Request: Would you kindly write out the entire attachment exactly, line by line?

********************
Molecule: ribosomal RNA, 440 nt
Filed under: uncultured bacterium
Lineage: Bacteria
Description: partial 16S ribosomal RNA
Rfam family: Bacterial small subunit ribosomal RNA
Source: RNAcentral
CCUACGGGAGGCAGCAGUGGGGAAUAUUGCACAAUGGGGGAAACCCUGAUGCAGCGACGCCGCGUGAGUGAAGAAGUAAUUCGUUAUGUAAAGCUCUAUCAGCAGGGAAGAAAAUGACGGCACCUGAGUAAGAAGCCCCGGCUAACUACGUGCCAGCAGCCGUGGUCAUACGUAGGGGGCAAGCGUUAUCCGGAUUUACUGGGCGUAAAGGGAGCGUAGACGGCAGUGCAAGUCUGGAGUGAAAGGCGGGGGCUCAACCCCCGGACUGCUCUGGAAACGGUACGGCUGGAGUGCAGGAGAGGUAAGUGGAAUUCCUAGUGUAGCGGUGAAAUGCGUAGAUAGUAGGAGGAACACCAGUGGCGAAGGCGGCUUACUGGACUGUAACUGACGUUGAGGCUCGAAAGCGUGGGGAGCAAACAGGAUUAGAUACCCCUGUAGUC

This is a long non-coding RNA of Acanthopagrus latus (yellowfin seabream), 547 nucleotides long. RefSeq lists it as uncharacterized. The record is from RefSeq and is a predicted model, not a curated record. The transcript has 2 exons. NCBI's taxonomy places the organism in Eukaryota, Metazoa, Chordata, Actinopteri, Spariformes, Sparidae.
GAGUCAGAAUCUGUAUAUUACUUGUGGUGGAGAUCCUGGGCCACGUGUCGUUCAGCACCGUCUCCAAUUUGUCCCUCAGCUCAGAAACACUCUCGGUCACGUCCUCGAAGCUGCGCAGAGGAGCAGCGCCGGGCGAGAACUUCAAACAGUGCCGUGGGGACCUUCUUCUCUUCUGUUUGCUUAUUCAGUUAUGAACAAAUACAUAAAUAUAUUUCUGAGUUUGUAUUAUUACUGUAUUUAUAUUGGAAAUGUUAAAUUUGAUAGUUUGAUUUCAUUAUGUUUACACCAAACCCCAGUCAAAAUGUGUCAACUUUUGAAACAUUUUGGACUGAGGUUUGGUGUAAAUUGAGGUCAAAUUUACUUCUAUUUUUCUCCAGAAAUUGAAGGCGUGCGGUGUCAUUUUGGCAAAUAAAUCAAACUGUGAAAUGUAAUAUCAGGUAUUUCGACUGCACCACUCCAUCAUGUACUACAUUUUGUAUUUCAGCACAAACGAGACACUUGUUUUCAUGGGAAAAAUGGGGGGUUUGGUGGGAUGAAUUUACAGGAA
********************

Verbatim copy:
Molecule: ribosomal RNA, 440 nt
Filed under: uncultured bacterium
Lineage: Bacteria
Description: partial 16S ribosomal RNA
Rfam family: Bacterial small subunit ribosomal RNA
Source: RNAcentral
CCUACGGGAGGCAGCAGUGGGGAAUAUUGCACAAUGGGGGAAACCCUGAUGCAGCGACGCCGCGUGAGUGAAGAAGUAAUUCGUUAUGUAAAGCUCUAUCAGCAGGGAAGAAAAUGACGGCACCUGAGUAAGAAGCCCCGGCUAACUACGUGCCAGCAGCCGUGGUCAUACGUAGGGGGCAAGCGUUAUCCGGAUUUACUGGGCGUAAAGGGAGCGUAGACGGCAGUGCAAGUCUGGAGUGAAAGGCGGGGGCUCAACCCCCGGACUGCUCUGGAAACGGUACGGCUGGAGUGCAGGAGAGGUAAGUGGAAUUCCUAGUGUAGCGGUGAAAUGCGUAGAUAGUAGGAGGAACACCAGUGGCGAAGGCGGCUUACUGGACUGUAACUGACGUUGAGGCUCGAAAGCGUGGGGAGCAAACAGGAUUAGAUACCCCUGUAGUC

This is a long non-coding RNA of Acanthopagrus latus (yellowfin seabream), 547 nucleotides long. RefSeq lists it as uncharacterized. The record is from RefSeq and is a predicted model, not a curated record. The transcript has 2 exons. NCBI's taxonomy places the organism in Eukaryota, Metazoa, Chordata, Actinopteri, Spariformes, Sparidae.
GAGUCAGAAUCUGUAUAUUACUUGUGGUGGAGAUCCUGGGCCACGUGUCGUUCAGCACCGUCUCCAAUUUGUCCCUCAGCUCAGAAACACUCUCGGUCACGUCCUCGAAGCUGCGCAGAGGAGCAGCGCCGGGCGAGAACUUCAAACAGUGCCGUGGGGACCUUCUUCUCUUCUGUUUGCUUAUUCAGUUAUGAACAAAUACAUAAAUAUAUUUCUGAGUUUGUAUUAUUACUGUAUUUAUAUUGGAAAUGUUAAAUUUGAUAGUUUGAUUUCAUUAUGUUUACACCAAACCCCAGUCAAAAUGUGUCAACUUUUGAAACAUUUUGGACUGAGGUUUGGUGUAAAUUGAGGUCAAAUUUACUUCUAUUUUUCUCCAGAAAUUGAAGGCGUGCGGUGUCAUUUUGGCAAAUAAAUCAAACUGUGAAAUGUAAUAUCAGGUAUUUCGACUGCACCACUCCAUCAUGUACUACAUUUUGUAUUUCAGCACAAACGAGACACUUGUUUUCAUGGGAAAAAUGGGGGGUUUGGUGGGAUGAAUUUACAGGAA